If I am correct, I have two thoughts I don't really want to delve into deeply here but broadly: 1) The age gap works to your advantage. There is less age-grouping comparison, by the kids themselves. (The relationship with my same-age, close but competitive sib was very different than my 10-years younger sib, who was herself really different than the pair of us.) 2) The fact your older kids have a lot of contact with their families of origin will also go a long way to smoothing this out. The new family member may highlight the ways in which the older kids are not like you, but having a connection to the people they are like... really helps.
posted by DarlingBri at 6:54 AM on June 6, 2011 [14 favorites]

Hey, I can tell you about what it's like being the adopted kid who had a younger biological sibling.

My folks were told that they couldn't have kids, so they adopted my brother and myself. Then, magically, they got pregnant when my brother was 5 and I was 3. I was far too young to remember any comments, but for years afterward people would refer to my sister as the "miracle child". *eyeroll*

It was a bit weird growing up with a sister that looked exactly like my mom when I didn't. (We're all Caucasian, but whereas Mom + Sis are blonde and willowy, I am darker and...not willowy and never was). I think my biggest source of angst was that my sister was "the pretty one", but that didn't have anything to do with her being my folks' bio-kid.

I never felt disenfranchised by my little sister. So what if she was biologically my parents kid and I wasn't? I knew plenty of other adopted kids, step-kids, kids who had half-siblings, kids who lived with their grandparents, etc - so it wasn't weird by any means to be adopted. Sometimes people would be surprised that my LITTLE sister was their bio-kid, but I don't think anyone was ever mean about it. I usually would just roll my eyes at the "miracle child" comments but never felt bad about being NOT a miracle.

The moral of the story is: in the end, it didn't really matter that she was related to my parents biologically and that I wasn't. She's just my annoying little sister.

So, there's some anecdata for you. Congratulations on the new bebe!
posted by Elly Vortex at 7:22 AM on June 6, 2011 [1 favorite]

Renee and her husband Chuck at A Baker's Dozen have fourteen kids with some biological coming after others who were adopted. I know it's not the same situation, but you might find reading her blog helpful.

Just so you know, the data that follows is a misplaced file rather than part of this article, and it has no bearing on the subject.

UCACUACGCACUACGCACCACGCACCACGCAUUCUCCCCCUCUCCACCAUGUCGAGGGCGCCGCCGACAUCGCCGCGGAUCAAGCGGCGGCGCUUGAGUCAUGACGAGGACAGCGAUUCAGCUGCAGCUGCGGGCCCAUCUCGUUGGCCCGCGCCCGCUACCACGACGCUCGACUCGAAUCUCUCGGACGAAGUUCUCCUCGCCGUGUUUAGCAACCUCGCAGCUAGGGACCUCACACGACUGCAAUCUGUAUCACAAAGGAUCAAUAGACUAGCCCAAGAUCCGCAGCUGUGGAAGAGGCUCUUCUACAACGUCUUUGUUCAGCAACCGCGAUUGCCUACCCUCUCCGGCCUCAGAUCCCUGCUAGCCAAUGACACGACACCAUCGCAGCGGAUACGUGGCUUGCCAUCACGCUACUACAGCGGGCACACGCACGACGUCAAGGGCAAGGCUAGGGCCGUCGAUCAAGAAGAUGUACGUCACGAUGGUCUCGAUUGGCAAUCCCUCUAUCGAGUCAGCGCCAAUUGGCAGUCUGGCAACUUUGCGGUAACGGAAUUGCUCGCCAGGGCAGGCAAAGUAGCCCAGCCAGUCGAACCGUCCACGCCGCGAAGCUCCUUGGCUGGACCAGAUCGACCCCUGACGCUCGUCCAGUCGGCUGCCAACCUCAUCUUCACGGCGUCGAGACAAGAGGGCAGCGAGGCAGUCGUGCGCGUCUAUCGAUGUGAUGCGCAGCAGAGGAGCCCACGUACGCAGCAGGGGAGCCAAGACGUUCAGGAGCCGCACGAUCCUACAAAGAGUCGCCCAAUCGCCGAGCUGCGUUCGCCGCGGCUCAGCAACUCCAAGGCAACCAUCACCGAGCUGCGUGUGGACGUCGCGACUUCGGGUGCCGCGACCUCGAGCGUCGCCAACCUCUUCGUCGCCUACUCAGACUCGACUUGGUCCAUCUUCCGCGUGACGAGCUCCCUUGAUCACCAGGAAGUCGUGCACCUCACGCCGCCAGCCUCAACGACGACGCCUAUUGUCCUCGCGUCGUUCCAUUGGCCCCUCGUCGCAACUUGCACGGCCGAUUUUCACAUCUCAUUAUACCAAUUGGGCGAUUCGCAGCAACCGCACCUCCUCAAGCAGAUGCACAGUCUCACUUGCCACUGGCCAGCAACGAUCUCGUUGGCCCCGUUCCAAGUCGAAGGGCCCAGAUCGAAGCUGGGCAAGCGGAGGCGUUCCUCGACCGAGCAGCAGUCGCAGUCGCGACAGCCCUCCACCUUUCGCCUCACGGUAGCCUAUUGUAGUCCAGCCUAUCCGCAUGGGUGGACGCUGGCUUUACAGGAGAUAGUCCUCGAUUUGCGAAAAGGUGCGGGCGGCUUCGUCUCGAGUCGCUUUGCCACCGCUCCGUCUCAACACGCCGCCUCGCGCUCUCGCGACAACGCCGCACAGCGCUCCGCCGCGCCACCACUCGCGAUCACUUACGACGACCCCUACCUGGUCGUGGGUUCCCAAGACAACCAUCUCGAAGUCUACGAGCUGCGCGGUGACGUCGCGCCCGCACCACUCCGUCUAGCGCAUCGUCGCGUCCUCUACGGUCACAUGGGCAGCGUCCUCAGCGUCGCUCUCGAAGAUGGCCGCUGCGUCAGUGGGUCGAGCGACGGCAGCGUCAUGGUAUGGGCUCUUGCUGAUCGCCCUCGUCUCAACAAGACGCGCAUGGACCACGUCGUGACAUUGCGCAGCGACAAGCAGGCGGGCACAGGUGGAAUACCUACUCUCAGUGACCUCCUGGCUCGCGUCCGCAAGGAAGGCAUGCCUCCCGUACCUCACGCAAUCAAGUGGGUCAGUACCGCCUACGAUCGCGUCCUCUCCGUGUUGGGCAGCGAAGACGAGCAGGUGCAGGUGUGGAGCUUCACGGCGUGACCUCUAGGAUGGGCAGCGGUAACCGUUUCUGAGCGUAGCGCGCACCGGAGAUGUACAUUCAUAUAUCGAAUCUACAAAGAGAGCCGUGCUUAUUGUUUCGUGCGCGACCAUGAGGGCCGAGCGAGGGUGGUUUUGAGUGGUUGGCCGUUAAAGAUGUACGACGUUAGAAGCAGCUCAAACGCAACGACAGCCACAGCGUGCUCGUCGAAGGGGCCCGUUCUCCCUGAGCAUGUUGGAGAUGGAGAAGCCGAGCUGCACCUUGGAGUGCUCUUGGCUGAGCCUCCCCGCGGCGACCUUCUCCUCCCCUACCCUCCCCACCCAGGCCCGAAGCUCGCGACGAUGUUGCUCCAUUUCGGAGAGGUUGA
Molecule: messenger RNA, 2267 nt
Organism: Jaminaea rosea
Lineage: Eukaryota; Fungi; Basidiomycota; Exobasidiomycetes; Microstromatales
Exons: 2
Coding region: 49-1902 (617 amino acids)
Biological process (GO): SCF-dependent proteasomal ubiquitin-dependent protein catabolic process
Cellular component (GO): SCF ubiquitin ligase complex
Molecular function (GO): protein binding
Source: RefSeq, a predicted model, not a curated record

posted by kate blank at 8:00 AM on June 6, 2011

About thoughtless comments: I have a family member who would be making those comments, and she would mean very well and just not realize how awful the comment could come across. With a person like that I think your best move is to acknowledge the friendly spirit in which the remark is meant before correcting it.

"Look, I know you mean well, but our kids are our kids, period. None of them are more "real" than others. We are excited for the baby, of course, and our kids are excited to have a little brother or sister. Thanks for being excited for us too."
posted by LobsterMitten at 1:00 PM on June 6, 2011 [2 favorites]

I agree with LobsterMitten--thoughtless comments are, by definition, not premeditated. People say dumb shit sometimes without thinking through the implications. Most probably don't actually mean to imply that your biological child is more legitimate..."Wow, you finally have a viable pregnancy!" sort of floats like a brick.

I would ignore it with a smile and say something like, "Thanks, we're all very excited." If someone starts to press the issue in a tasteless way, you're totally within your rights to say that you don't like hearing people say things like that because it seems to devalue the relationship you have with your other children.
posted by thinkingwoman at 7:56 PM on June 6, 2011

My friend's experience was somewhat the opposite of Elly Vortex's. She's often (jokingly amongst her peers, and they nor her get offended by this kind of thing) referred to as teh "happy mistake", as with a 20 year (!) age gap, noone really thinks they were expecting to get pregnant after trying, failing and adoptiong 2 decades prior. The older siblings didn't act any different than bio older siblings in other families as far as reception to teh new little bro / sis.

Those wierdos with the "real child" comments, shut them down.
posted by WeekendJen at 12:46 PM on June 7, 2011

Your children have a past that made it hard for them to trust in stability and security. What you can do for them is give them tools. Sit down the kids now and tell them: "You may at some point hear someone say [...]. They've got it wrong. We want you to know that right now, so you'll never have a moment of doubt. Love for each other is what family is about." Then when someone blurts out a foolish thing where it can be heard, the child will know that it's safe to let the comment roll off. If possible, also give them a concrete tool for handling it. Is there a retort you all can come up together? An opportunity to demonstrate how you're still one big team!

Congratulations to you all on the upcoming addition to the family!
posted by nakedcodemonkey at 9:01 PM on June 9, 2011